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On Wednesday, the Centers for Disease Control and Prevention (CDC) accepted the recommendation of an independent federal advisory committee to allow children ages 12 to 15 to receive the Pfizer COVID-19 vaccine. Vaccination sites across the country have already begun to schedule vaccination appointments for this age group and administer the first dose of the double-dose vaccine.
“The approval of the Pfizer vaccine for adolescents is a step in the right direction,” says Dr. Abisola Olulade, an internal medicine doctor with Sharp Rees-Stealy Medical Group. “We have been diligently working to slow the spread of COVID-19 over the past 14 months, and the vaccination of this age group will certainly aid these efforts and help bring the pandemic to a close.”
While many parents have anxiously awaited news of the vaccine becoming available for their young teens, some may have questions and concerns about vaccination. Here, Dr. Olulade joins national experts in answering the top questions about the COVID-19 vaccine for kids.
1. Why should my child be vaccinated?
While only a small percentage of children have become seriously ill or died due to COVID-19 complications, it is not unheard of, and we can’t be certain how having COVID-19 or potential new variants of the coronavirus might affect children in the future. What’s more, children can spread the virus to others. Vaccinating a large percentage of children ages 12 to 15 will help us get closer to reaching herd immunity and protect those at high risk of serious illness.
2. Which vaccine will my child receive?
Children ages 12 and older will receive the Pfizer vaccine. The Food and Drug Administration (FDA) has expanded the emergency use authorization for the Pfizer COVID-19 vaccine to include this age group. The COVID-19 vaccines created by drugmakers Moderna and Johnson & Johnson have not yet been approved for people under age 18.
3. Is the vaccine safe?
Yes, the vaccine is safe — and effective. The CDC, American Academy of Pediatrics and Pfizer report that the vaccine is extremely safe for individuals ages 12 and above. More than 153 million people have already received at least 1 dose of a COVID-19 vaccine and serious side effects are extremely rare. Additionally, the vaccine demonstrated “100% efficacy and robust antibody responses” during the U.S. Pfizer COVID-19 vaccine trial. Of the 2,260 adolescents who participated in the trial, no or only mild side effects after vaccination were reported.
4. Is the dose for kids ages 12 to 15 the same dose given to adults?
Yes, children ages 12 to 15 will receive the same dose of the Pfizer vaccine that individuals age 16 and up receive. According to the FDA, the vaccine’s 2 doses, administered 3 weeks apart, offer known and potential benefits in people age 12 and older, and these benefits outweigh the known and potential risks of contracting COVID-19.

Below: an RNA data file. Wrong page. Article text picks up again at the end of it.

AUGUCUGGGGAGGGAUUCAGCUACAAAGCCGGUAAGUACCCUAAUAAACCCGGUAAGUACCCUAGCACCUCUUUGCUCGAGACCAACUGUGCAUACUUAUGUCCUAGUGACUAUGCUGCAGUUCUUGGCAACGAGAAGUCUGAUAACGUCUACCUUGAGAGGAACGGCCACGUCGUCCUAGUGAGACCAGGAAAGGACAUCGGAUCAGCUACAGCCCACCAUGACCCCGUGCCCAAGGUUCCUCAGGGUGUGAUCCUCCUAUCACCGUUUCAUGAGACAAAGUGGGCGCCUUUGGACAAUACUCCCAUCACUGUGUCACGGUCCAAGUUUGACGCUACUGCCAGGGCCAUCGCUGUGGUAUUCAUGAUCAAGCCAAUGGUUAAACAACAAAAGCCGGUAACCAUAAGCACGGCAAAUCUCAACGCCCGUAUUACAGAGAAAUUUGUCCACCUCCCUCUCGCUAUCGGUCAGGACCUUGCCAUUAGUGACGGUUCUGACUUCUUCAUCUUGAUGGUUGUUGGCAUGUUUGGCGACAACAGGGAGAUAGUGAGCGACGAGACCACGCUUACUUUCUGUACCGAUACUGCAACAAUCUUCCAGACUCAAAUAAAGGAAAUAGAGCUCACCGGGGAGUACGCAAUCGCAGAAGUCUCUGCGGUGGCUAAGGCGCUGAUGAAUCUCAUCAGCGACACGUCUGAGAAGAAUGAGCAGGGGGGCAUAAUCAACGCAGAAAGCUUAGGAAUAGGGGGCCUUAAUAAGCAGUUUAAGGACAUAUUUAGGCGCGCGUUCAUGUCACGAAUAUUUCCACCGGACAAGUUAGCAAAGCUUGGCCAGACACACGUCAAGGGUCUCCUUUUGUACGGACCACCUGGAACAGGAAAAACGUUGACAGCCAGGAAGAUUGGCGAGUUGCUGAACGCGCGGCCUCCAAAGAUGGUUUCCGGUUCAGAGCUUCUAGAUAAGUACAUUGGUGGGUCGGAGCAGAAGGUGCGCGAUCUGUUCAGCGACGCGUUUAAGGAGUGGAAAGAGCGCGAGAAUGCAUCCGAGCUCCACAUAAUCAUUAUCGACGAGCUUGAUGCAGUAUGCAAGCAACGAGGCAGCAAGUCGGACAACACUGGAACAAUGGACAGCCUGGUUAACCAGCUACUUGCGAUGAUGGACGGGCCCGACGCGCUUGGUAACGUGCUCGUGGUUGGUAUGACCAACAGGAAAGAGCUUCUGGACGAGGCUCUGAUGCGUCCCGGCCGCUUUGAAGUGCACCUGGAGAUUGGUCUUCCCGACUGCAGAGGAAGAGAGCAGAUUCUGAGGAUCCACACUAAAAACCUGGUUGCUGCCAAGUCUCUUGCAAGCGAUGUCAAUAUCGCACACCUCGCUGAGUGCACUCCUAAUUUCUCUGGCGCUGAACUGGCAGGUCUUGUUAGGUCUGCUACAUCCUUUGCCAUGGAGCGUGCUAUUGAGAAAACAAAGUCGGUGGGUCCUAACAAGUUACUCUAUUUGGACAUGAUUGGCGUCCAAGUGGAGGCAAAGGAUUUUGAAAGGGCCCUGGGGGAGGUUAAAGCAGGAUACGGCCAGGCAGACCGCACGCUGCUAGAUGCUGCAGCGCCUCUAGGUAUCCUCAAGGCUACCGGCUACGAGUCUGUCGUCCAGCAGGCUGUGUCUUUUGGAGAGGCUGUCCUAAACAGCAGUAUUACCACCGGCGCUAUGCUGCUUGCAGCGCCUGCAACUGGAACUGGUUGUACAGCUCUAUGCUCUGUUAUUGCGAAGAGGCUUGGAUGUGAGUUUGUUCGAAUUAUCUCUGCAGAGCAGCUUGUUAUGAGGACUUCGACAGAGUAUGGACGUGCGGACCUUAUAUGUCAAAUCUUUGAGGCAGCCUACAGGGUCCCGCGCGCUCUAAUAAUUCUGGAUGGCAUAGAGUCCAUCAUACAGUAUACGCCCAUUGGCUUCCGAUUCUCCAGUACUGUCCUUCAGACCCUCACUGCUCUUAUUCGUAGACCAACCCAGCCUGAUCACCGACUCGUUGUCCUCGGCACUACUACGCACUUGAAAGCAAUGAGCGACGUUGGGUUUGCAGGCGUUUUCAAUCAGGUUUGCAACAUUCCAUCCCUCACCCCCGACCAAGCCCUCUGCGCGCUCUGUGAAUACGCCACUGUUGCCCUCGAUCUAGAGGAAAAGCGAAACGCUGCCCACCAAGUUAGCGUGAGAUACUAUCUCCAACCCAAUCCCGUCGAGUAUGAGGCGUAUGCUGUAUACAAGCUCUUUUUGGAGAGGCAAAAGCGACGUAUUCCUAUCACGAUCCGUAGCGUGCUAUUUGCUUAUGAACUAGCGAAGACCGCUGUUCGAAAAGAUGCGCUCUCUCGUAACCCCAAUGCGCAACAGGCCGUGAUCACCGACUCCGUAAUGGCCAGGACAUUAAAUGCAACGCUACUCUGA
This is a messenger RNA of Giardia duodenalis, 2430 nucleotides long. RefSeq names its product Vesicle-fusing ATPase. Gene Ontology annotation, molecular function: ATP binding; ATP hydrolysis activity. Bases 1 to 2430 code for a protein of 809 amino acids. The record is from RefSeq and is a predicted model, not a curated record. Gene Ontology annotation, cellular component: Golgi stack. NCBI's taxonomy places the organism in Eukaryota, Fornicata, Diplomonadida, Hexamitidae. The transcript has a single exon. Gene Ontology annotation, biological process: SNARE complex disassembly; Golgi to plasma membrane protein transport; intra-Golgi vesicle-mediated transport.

5. Can the vaccine affect fertility or my teens’ menstrual cycles?
There is currently no evidence that any vaccines, including COVID-19 vaccines, cause fertility problems. The American College of Obstetricians and Gynecologists has stated that unfounded claims linking COVID-19 vaccines to infertility have been scientifically disproven and recommends COVID-19 vaccination for all eligible people who may consider future pregnancy. While some vaccinated adults have reported changes in their period after receiving a COVID-19 vaccine, the information is only anecdotal and the changes have not been directly linked to vaccination.
6. Where can I get my child vaccinated?
Your child’s pediatrician or family doctor’s office should be contacting you soon with information on how to make a vaccination appointment or where walk-in vaccinations might be available. You can also schedule an appointment at a County of San Diego vaccination site or through your local pharmacy. Some San Diego schools are also hosting vaccine sites in partnership with Sharp and will notify families about the free vaccinations and provide the required parent consent form.
7. When can younger children be vaccinated?
Pfizer, Moderna and other vaccine makers began vaccine trials in younger children that will eventually include babies as young as 6 months old. Some results from those trials are expected by the end of summer, and Pfizer states it hopes to receive authorization for vaccination of younger children by early 2022.
“It’s understandable to have questions about vaccination and I encourage parents to talk with their child’s doctor,” Dr. Olulade says. “However, we know families have been dreaming of returning to the summer activities they’ve enjoyed in the past and strongly believe vaccination of kids ages 12 to 15 will help make this return to some sense of normalcy possible, as well as safe.”
The Sharp Health News Team are content authors who write and produce stories about Sharp HealthCare and its hospitals, clinics, medical groups and health plan.
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